There are several ways you can find a job, but ultimately the process is similar to how one applies for clinical fellow posts in the UK with an application including a CV with a cover letter to outline your experience followed by an interview. The easiest way to find these jobs is either through an agency or on SEEK or Indeed (job boards where hospitals list vacancies). You can also apply directly to hospitals but it can be difficult to find the contact details for recruitment leads or if you’re applying from June to October, you can join national recruitment in a process similar to Oriel.

Step 2 – Apply to the Australian Medical Council (AMC) to verify your medical qualifications

The AMC requires you to submit your medical qualifications for verification in a process called applying for primary source verification. They’re submitted on the Electronic Portfolio of International Credentials (EPIC) portal and the process costs around £135-£220 for the year. You can read more here.

Step 3 – Apply to Australian Health Practitioner Regulatory Agency (AHPRA)

The AHPRA is the Australian equivalent of GMC, but they also regulate all other healthcare professions. As you are already registered with the GMC which is deemed by the AHPRA as a reliable authority, they will be usually happy to fast-track your application via the Competent Authority Pathway. To be eligible for this, you must have a job offer in Australia, have graduated from a UK medical school or have passed PLAB, and have 12 months of experience working in the UK. The majority of doctors will be eligible for this pathway and as part of this, you’ll have to pay a small fee (around £30) for a Criminal History Check.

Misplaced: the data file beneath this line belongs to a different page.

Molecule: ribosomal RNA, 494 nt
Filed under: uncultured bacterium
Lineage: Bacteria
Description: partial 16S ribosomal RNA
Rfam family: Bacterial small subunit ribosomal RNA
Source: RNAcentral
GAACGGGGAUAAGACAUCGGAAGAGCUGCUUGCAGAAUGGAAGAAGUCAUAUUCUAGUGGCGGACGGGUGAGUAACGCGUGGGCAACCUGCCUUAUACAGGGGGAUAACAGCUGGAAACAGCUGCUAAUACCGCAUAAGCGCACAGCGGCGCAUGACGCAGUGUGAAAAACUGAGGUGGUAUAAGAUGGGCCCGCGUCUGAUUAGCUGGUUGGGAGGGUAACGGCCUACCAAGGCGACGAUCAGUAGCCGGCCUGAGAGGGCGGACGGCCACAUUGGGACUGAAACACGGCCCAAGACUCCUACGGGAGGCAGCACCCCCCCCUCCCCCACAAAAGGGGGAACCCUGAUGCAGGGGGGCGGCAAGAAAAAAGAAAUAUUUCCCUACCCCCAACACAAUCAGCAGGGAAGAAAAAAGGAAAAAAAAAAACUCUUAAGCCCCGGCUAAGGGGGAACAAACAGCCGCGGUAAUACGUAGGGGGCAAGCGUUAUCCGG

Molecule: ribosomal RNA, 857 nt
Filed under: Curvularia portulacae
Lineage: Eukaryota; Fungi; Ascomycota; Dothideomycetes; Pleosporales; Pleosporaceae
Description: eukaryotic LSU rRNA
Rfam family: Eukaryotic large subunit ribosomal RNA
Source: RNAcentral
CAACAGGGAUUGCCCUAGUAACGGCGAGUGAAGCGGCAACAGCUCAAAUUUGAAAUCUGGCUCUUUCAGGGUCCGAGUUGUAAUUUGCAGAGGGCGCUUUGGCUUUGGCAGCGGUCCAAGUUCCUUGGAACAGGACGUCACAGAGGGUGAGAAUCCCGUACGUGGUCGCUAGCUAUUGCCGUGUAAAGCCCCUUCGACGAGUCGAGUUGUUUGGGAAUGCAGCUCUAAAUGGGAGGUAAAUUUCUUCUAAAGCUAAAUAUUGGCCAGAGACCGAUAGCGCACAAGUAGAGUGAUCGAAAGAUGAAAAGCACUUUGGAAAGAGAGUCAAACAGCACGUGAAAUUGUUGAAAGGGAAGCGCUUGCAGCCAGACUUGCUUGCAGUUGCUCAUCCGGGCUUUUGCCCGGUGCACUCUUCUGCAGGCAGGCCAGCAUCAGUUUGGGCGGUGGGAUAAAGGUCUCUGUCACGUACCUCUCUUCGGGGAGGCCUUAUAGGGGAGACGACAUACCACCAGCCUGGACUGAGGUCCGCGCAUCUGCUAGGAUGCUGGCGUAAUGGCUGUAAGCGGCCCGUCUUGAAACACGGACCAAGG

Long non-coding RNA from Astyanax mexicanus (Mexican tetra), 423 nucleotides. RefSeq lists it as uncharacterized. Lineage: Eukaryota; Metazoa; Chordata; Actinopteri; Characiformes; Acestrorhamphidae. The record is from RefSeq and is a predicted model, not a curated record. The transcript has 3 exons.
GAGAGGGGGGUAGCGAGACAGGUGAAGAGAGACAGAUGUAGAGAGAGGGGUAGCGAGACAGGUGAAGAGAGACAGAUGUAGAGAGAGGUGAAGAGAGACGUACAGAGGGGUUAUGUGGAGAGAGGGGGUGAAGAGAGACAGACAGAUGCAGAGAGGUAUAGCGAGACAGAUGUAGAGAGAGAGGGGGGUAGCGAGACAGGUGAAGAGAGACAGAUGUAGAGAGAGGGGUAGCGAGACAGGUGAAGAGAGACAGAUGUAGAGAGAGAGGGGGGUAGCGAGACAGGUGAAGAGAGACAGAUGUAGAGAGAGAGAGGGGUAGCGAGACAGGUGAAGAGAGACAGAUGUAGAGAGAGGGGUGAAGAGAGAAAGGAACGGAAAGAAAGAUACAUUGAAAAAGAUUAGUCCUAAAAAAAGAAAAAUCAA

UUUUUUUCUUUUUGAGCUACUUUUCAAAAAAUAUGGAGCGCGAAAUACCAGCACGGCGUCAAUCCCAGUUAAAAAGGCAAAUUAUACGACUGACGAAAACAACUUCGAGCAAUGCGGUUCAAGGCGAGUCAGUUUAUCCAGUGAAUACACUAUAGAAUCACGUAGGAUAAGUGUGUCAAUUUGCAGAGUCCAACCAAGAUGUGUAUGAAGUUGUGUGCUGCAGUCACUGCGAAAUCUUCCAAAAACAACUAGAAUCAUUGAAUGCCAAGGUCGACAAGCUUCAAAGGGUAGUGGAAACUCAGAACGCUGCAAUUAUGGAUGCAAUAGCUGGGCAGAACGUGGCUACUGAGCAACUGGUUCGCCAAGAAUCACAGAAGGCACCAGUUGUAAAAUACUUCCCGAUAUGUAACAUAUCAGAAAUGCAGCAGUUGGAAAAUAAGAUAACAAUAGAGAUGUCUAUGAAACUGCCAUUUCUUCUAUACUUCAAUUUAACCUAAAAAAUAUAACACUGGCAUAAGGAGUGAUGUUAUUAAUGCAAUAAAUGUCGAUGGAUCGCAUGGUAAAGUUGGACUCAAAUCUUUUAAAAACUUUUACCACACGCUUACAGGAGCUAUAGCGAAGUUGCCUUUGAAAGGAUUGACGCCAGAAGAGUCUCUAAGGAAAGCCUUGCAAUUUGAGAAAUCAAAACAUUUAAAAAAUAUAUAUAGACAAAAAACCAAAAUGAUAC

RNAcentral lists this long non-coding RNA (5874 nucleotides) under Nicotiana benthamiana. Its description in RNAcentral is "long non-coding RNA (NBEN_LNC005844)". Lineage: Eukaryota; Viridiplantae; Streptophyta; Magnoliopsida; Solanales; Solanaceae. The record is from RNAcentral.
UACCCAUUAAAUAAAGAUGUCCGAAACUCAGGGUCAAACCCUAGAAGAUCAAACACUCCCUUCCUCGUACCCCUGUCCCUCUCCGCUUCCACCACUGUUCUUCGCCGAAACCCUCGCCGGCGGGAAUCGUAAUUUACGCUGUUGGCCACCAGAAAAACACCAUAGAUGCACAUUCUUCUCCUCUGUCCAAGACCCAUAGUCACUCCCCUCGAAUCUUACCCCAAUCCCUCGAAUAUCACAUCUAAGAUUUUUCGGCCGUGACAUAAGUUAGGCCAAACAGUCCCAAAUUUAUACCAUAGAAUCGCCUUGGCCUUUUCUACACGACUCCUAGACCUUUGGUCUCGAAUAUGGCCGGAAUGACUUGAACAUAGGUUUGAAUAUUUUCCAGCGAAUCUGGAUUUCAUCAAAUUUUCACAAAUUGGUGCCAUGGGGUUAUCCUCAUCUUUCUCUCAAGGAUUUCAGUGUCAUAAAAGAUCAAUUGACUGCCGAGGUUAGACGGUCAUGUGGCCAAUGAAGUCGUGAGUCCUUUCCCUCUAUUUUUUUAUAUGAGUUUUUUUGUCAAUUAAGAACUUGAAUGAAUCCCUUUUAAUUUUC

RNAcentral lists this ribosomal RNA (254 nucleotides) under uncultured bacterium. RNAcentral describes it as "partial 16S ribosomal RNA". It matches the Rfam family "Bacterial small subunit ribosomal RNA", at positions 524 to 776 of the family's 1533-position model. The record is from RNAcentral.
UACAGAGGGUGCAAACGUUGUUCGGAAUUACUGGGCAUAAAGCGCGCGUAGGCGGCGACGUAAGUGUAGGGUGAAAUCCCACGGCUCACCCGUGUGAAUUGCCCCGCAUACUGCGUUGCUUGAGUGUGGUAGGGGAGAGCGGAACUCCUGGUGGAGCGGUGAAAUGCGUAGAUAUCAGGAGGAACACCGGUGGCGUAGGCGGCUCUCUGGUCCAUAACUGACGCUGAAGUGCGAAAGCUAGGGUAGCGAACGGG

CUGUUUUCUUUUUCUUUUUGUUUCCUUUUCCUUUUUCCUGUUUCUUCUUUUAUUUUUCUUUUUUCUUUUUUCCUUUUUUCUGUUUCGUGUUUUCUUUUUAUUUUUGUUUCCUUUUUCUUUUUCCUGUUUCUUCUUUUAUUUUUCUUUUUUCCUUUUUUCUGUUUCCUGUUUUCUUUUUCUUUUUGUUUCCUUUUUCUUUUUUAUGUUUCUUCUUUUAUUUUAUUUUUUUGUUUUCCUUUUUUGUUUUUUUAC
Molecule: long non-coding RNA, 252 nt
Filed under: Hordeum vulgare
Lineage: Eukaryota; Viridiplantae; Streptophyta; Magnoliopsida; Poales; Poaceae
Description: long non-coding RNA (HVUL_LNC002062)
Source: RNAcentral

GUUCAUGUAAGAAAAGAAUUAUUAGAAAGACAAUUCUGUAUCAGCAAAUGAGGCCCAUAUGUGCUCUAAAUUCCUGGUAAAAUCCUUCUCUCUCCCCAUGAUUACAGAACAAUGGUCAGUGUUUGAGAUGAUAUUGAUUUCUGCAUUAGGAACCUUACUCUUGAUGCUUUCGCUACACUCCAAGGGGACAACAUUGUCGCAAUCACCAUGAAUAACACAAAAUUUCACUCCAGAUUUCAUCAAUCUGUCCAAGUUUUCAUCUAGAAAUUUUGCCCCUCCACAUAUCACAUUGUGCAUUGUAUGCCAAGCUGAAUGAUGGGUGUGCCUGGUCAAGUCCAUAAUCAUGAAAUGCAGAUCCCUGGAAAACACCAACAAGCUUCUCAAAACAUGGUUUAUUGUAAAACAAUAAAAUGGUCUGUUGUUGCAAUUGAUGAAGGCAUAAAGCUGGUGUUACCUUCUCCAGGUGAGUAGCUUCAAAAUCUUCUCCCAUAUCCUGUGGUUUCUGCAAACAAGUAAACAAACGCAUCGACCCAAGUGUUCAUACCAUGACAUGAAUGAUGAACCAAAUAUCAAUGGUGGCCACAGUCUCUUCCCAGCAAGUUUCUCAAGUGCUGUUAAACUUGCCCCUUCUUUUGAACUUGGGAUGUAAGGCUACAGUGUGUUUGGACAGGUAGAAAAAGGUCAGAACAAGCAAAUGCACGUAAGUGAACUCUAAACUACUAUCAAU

Step 4 – Complete your visa sponsorship application

Your employer will provide you with the Australian Government Visa Sponsorship application for you to complete (read more here). Generally, employers will offer you a 1-year contract with a visa that allows you to work in Australia for 2 years. They will also cover most of the cost of the visa which is around £720 and around £50 for UK Criminal Records check (also known as ACRO Police Clearance).

Step 5 – Getting set up in Australia

Most employers in regional or rural locations will pay for a one-way flight or relocation expense to your place of employment. At the end of your 12 months, you can apply for full registration (termed “General Registration”) if you wish via the AHPRA to be eligible to apply to any jobs in Australia as well as locum.

Further Resources

Thank you to the team at Skilled Medical for helping us put together this article. If you are interested in a job in Australia with a salary and location that suits you, please contact them at 0333 444 2000 or contact them via email to begin a conversation about opportunities abroad in Australia.